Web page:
The decision to enter the fund arose because TKP wanted to invest in the UK, but traditional core office sectors were too "tough to take positions into". Tel admits he couldn't have "anticipated what happened in the markets after the credit crisis", and it looks as though TKP timed its investment in the Frogmore fund well. "We contributed to Frogmore already within its investment phase and it is very nice timing that it can benefit from this," he says.

If TKP was under-allocated to the UK, Tel says it would have "taken a more aggressive" approach. "Indeed we see a lot of managers knocking on our doors who see a lot of opportunities. We think it is an interesting time to buy into the market."

Nick Duff, head of property at Hewitt Associates, believes that fund of funds managers that invest on behalf of UK pension funds are "generally investing in more defensive funds in the UK at the moment", such as those specialising in health care, student accommodation or other sectors that let on long leases with RPI uplifts or fixed uplifts.

He adds: "They have a problem raising capital generally to target new investment, because of the illiquidity they are experiencing in respect of existing funds they are invested in. However, if the right fund or funds came along, I am sure they would consider investing." Pension fund investors continue to show interest in European infrastructure. Bouwfonds Asset Management has launched the Rabo Bouwfonds Dutch Communications Infrastructure Fund (RBIC) enabling institutional investors to invest in the Dutch telecoms sector.

Vervoer, the €6.4bn industry-wide pension fund for the private transport sector, has acted as a seed investor allowing the vehicle to purchase Dutch cable company CAIW, which provides telecoms services in the Dutch regions of Westland and Midden-Delfland and has a total network of 135,000 clients.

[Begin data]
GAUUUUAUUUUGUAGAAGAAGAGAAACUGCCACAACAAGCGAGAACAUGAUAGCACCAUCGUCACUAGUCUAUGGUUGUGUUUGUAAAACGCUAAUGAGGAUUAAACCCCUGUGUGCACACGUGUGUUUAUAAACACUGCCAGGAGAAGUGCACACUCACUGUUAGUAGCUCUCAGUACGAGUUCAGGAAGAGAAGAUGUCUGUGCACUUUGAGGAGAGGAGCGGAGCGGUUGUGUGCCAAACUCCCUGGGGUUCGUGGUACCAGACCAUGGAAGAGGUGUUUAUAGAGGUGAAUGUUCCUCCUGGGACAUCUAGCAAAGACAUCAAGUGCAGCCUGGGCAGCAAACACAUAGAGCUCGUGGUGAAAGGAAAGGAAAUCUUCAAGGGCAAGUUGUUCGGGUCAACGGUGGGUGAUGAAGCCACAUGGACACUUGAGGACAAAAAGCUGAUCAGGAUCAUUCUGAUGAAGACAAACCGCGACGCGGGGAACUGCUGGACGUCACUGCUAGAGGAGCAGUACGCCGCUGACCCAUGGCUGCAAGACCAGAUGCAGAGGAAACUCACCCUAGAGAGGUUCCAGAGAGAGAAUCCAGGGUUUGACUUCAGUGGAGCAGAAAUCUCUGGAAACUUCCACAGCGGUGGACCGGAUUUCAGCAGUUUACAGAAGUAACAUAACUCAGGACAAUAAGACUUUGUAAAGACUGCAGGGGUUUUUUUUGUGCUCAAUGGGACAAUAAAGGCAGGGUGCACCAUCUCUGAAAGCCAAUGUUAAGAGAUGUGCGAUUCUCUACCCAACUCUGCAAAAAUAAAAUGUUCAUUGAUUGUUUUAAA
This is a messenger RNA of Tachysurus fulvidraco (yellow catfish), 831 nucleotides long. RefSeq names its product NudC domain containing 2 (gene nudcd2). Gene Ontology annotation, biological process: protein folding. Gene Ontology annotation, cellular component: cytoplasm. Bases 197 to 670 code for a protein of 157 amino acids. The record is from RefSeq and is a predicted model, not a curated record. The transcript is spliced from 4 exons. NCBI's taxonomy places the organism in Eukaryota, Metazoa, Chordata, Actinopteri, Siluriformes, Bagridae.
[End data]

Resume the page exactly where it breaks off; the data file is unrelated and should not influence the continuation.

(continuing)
The fund plans to attract €750m worth of capital to invest in other telecoms companies and antenna sites for wireless networks. Martine Menko, investment officer at Vervoer, confirms that other pension funds have approached Bouwfonds with an interest, although this so far extends only to those based in the Netherlands.

"At the moment it is Dutch pension funds," she says. "One of the things that made it interesting for us is that it is local. From an assessment point of view, it is more tangible than if you invest in infrastructure in South America, for example."

Menko explains that the investment in the fund is part of a wider policy to seek investments with a low correlation to existing investment categories. The telecoms sector is attractive, she says, because "regardless of how the economy is doing, there will always be demand".

It might vary, she says, "but it is not as volatile as other things and because the fund owns the actual network it has a lot of real estate characteristics as well".

Infrastructure is certainly "an interesting topic" for Austrian multi-employer pension fund APK, says Manfred Brenner, senior investment manager at the €2.3bn pensionskasse. However, APK finds opportunities in the US more appealing and Brenner believes the Bouwfonds fund is "too specific".

"We do not have any exposure yet in infrastructure, apart from a stock market equity fund which invests in infrastructure companies, but this is not really infrastructure investment. "In the first step to invest in infrastructure, we would not concentrate so much on a country-specific fund," Brenner explains. Instead, APK would favour a more broadly diversified route.